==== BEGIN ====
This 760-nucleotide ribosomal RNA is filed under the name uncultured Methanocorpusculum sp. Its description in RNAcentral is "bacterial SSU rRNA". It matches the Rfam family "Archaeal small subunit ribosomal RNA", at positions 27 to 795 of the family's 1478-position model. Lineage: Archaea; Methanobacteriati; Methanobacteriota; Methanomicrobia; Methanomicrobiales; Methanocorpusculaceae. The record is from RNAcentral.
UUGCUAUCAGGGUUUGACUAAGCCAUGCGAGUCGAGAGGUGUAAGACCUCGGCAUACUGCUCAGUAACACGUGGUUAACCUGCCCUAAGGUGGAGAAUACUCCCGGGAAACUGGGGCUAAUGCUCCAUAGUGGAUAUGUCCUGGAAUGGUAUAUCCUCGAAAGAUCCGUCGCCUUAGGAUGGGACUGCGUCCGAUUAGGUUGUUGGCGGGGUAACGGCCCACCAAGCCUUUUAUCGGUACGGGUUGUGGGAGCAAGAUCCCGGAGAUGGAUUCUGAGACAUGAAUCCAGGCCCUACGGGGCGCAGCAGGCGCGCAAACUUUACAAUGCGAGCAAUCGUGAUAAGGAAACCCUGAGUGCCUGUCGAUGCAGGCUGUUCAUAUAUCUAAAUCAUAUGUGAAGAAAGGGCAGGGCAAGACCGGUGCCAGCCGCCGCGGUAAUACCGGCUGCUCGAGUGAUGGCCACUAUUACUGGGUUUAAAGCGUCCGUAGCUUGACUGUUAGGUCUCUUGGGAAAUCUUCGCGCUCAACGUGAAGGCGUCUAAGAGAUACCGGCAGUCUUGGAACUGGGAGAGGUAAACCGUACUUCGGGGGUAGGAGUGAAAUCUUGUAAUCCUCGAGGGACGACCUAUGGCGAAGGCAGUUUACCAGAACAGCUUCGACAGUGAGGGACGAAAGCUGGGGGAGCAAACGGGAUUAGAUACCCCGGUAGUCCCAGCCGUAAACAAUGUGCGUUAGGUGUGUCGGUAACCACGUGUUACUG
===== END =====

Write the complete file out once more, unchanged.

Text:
This 760-nucleotide ribosomal RNA is filed under the name uncultured Methanocorpusculum sp. Its description in RNAcentral is "bacterial SSU rRNA". It matches the Rfam family "Archaeal small subunit ribosomal RNA", at positions 27 to 795 of the family's 1478-position model. Lineage: Archaea; Methanobacteriati; Methanobacteriota; Methanomicrobia; Methanomicrobiales; Methanocorpusculaceae. The record is from RNAcentral.
UUGCUAUCAGGGUUUGACUAAGCCAUGCGAGUCGAGAGGUGUAAGACCUCGGCAUACUGCUCAGUAACACGUGGUUAACCUGCCCUAAGGUGGAGAAUACUCCCGGGAAACUGGGGCUAAUGCUCCAUAGUGGAUAUGUCCUGGAAUGGUAUAUCCUCGAAAGAUCCGUCGCCUUAGGAUGGGACUGCGUCCGAUUAGGUUGUUGGCGGGGUAACGGCCCACCAAGCCUUUUAUCGGUACGGGUUGUGGGAGCAAGAUCCCGGAGAUGGAUUCUGAGACAUGAAUCCAGGCCCUACGGGGCGCAGCAGGCGCGCAAACUUUACAAUGCGAGCAAUCGUGAUAAGGAAACCCUGAGUGCCUGUCGAUGCAGGCUGUUCAUAUAUCUAAAUCAUAUGUGAAGAAAGGGCAGGGCAAGACCGGUGCCAGCCGCCGCGGUAAUACCGGCUGCUCGAGUGAUGGCCACUAUUACUGGGUUUAAAGCGUCCGUAGCUUGACUGUUAGGUCUCUUGGGAAAUCUUCGCGCUCAACGUGAAGGCGUCUAAGAGAUACCGGCAGUCUUGGAACUGGGAGAGGUAAACCGUACUUCGGGGGUAGGAGUGAAAUCUUGUAAUCCUCGAGGGACGACCUAUGGCGAAGGCAGUUUACCAGAACAGCUUCGACAGUGAGGGACGAAAGCUGGGGGAGCAAACGGGAUUAGAUACCCCGGUAGUCCCAGCCGUAAACAAUGUGCGUUAGGUGUGUCGGUAACCACGUGUUACUG